Still, no matter the reason, it’s not crazy to think that being the sole single in a friend group will impact your one-on-one relationships with those who are coupled up.
Social psychologist Bella DePaulo, author of Singled Out: How Singles are Stereotyped, Stigmatized, and Ignored, and Still Live Happily Ever After, has been studying single people and the effects of singleness for the better part of the last 15 years. She says it all goes back to how the single person is perceived by couples, however subconsciously.
“There’s a lot of dynamics going on,” DePaulo says. “We have what you call the smug couple. That kind of gives them this feeling of superiority over the single person. Then there is a caretaker-y thing: They’re the grown-ups, so they can guide the single people and treat them like kids. And then there’s other dynamics, like when they want single people to be their entertainment.”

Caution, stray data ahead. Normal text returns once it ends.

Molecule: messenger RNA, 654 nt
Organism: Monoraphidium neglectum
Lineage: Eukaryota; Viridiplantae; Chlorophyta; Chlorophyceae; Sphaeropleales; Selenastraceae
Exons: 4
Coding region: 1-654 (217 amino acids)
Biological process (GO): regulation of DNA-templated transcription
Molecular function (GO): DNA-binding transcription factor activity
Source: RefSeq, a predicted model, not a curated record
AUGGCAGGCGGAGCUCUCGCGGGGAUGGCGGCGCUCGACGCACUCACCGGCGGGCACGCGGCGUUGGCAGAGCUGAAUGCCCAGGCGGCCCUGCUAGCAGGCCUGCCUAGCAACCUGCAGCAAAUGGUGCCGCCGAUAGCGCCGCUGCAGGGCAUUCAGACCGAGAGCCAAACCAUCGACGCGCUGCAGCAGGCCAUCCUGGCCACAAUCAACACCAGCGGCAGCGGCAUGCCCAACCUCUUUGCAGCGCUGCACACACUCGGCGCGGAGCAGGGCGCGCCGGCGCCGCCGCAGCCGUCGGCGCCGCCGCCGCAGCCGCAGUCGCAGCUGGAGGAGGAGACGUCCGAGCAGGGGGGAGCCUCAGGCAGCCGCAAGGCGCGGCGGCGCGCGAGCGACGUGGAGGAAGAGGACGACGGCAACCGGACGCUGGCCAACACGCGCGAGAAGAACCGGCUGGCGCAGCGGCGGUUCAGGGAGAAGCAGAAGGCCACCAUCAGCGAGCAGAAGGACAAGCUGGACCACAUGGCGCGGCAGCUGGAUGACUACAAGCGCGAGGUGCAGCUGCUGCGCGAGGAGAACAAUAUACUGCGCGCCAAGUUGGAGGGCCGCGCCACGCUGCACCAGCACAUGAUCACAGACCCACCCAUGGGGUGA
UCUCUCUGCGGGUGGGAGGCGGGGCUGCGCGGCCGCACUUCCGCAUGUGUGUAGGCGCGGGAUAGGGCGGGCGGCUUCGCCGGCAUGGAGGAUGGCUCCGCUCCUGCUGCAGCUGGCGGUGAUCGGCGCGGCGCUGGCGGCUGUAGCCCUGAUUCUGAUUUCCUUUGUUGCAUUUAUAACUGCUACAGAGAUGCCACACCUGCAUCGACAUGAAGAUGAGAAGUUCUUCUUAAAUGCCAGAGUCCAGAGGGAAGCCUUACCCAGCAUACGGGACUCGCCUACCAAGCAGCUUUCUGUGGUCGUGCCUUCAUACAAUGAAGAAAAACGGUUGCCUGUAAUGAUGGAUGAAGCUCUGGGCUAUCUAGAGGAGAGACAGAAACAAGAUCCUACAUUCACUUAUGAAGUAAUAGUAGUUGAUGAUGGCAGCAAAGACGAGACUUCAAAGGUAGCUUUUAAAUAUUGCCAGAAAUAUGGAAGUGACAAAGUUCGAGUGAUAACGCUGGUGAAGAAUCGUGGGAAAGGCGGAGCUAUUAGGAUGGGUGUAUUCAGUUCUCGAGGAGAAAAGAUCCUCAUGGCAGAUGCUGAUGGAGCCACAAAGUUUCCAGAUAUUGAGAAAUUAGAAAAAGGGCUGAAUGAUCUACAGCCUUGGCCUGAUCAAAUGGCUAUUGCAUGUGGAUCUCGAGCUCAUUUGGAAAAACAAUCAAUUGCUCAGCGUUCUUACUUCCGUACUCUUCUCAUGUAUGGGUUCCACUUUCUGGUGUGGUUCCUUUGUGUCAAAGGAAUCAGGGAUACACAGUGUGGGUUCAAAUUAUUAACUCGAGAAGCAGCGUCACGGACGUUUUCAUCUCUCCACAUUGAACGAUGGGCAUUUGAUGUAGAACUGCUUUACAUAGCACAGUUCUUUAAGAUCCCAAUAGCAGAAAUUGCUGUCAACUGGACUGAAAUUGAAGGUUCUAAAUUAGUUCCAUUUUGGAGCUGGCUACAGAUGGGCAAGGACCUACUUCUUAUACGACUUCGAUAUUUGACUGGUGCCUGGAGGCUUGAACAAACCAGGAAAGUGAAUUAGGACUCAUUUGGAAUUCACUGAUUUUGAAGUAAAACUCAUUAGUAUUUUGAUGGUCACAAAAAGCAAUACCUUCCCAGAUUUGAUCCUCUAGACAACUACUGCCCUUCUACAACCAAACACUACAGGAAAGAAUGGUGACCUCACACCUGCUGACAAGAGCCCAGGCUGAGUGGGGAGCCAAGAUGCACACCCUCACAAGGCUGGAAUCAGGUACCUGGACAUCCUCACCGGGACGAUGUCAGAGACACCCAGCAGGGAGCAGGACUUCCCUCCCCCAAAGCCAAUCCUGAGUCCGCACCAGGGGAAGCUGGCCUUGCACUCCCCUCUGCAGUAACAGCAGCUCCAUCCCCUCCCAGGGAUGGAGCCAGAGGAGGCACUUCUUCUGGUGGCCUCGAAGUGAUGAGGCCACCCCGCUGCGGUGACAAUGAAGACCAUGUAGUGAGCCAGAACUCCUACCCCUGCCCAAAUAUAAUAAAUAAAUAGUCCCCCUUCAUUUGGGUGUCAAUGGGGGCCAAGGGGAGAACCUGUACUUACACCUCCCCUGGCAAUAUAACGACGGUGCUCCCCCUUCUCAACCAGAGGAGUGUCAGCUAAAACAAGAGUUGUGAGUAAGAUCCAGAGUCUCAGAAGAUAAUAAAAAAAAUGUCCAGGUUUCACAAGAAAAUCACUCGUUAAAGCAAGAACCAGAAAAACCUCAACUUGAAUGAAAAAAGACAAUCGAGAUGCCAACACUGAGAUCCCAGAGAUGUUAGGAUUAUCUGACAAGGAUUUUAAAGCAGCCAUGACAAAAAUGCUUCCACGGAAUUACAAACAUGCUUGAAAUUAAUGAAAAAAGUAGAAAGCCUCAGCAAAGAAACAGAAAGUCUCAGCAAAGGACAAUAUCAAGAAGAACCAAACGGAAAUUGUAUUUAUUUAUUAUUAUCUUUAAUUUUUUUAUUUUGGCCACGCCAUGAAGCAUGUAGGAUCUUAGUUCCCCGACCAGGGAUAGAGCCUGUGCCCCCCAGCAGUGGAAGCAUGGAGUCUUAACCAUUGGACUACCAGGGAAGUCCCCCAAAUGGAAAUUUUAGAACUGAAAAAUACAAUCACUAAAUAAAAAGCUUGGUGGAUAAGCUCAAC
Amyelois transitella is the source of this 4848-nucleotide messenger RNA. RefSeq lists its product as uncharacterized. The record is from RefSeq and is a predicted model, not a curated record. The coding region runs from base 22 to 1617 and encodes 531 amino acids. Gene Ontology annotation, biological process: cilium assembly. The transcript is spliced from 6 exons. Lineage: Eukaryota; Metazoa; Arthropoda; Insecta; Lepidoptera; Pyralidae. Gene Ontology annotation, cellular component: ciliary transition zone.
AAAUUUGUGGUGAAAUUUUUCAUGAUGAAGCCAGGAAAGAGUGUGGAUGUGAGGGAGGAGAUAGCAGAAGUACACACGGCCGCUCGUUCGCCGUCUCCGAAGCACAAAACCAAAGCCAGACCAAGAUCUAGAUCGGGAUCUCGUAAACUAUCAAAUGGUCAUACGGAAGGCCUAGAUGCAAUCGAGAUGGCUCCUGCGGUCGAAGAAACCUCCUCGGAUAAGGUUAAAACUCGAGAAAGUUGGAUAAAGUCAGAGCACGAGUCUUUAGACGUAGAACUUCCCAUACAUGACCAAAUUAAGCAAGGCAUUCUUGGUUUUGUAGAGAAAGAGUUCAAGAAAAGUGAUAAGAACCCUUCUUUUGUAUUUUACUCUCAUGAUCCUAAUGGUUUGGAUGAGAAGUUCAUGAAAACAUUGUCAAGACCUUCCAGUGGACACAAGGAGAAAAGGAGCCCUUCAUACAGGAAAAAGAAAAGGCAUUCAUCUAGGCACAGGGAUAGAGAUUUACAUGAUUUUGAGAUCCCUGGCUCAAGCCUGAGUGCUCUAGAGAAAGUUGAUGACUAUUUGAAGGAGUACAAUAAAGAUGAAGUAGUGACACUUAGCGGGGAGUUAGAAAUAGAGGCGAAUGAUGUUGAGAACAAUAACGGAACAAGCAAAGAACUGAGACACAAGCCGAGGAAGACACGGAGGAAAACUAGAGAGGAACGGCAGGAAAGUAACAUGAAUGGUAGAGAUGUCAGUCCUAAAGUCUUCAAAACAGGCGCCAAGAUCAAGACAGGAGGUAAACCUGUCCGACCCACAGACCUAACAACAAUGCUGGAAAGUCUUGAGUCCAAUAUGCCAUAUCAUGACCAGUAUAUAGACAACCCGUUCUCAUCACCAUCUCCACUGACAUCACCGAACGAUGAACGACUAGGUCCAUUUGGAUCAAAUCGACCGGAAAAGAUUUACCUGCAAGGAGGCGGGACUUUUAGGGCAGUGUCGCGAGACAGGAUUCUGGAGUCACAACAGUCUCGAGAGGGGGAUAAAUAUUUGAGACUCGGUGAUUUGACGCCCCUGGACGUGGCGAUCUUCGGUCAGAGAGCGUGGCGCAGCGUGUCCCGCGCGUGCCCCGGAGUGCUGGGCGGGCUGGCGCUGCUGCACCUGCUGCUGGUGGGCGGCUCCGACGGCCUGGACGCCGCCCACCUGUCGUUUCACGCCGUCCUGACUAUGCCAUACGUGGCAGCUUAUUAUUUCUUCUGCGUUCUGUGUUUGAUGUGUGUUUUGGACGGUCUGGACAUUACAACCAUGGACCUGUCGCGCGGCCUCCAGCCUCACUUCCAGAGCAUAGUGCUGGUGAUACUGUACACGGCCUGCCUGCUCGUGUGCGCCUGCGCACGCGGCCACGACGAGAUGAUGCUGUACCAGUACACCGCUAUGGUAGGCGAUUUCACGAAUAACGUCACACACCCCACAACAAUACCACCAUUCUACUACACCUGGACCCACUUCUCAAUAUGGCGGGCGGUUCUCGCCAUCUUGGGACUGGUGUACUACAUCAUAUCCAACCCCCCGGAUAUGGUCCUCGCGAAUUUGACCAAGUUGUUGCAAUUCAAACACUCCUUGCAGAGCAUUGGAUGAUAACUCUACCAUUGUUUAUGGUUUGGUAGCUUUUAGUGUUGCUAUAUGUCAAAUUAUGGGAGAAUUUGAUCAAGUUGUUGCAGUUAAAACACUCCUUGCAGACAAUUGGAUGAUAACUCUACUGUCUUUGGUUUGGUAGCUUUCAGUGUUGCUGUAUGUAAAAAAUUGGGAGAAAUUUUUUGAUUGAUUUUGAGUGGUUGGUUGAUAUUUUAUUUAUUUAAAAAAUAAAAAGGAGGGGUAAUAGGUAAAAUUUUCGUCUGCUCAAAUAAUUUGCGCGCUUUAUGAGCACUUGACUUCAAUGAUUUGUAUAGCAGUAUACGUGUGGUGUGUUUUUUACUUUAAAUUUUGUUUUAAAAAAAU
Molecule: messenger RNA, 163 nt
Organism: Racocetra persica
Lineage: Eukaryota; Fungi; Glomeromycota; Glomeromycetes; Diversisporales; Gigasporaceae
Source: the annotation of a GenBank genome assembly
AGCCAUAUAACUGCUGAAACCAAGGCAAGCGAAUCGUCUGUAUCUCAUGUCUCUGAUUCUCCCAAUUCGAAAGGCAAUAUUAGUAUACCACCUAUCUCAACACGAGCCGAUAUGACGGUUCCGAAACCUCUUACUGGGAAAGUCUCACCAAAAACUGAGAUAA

“It’s not like we’re finding these oddball [friends] that don’t know how to do social interactions,” she adds. But “in the context of couples, they lose their social and emotional IQ.”
DePaulo’s advice: Avoid the default conversations that center on the solo friend telling the couple about their dating life, or couples running through suggestions for potential setups. Instead, she urges couples to inquire about what’s going on in their single friend’s life, their interests, their work. You know, normal stuff.
Another bit of advice: If spending time with a big group of couple friends is annoying, don’t do it. Spend time with them one-on-one, or do a little more third-wheeling, or make more of an effort to seek out the company of your single pals. “It’s important to have a variety of friends,” Greene says. “Friends you can call at a moment’s notice that will come over and commiserate with you about whatever, friends who are up for doing interesting things, old-time friends who you can reminisce with.
Sometimes our [coupled] friends just don’t get it.” I’ve certainly limited my time spent as a seventh wheel, and I’m relieved to say that, since that night, I have not received a single “We’re all bringing our dudes” group text. Here’s hoping it stays that way.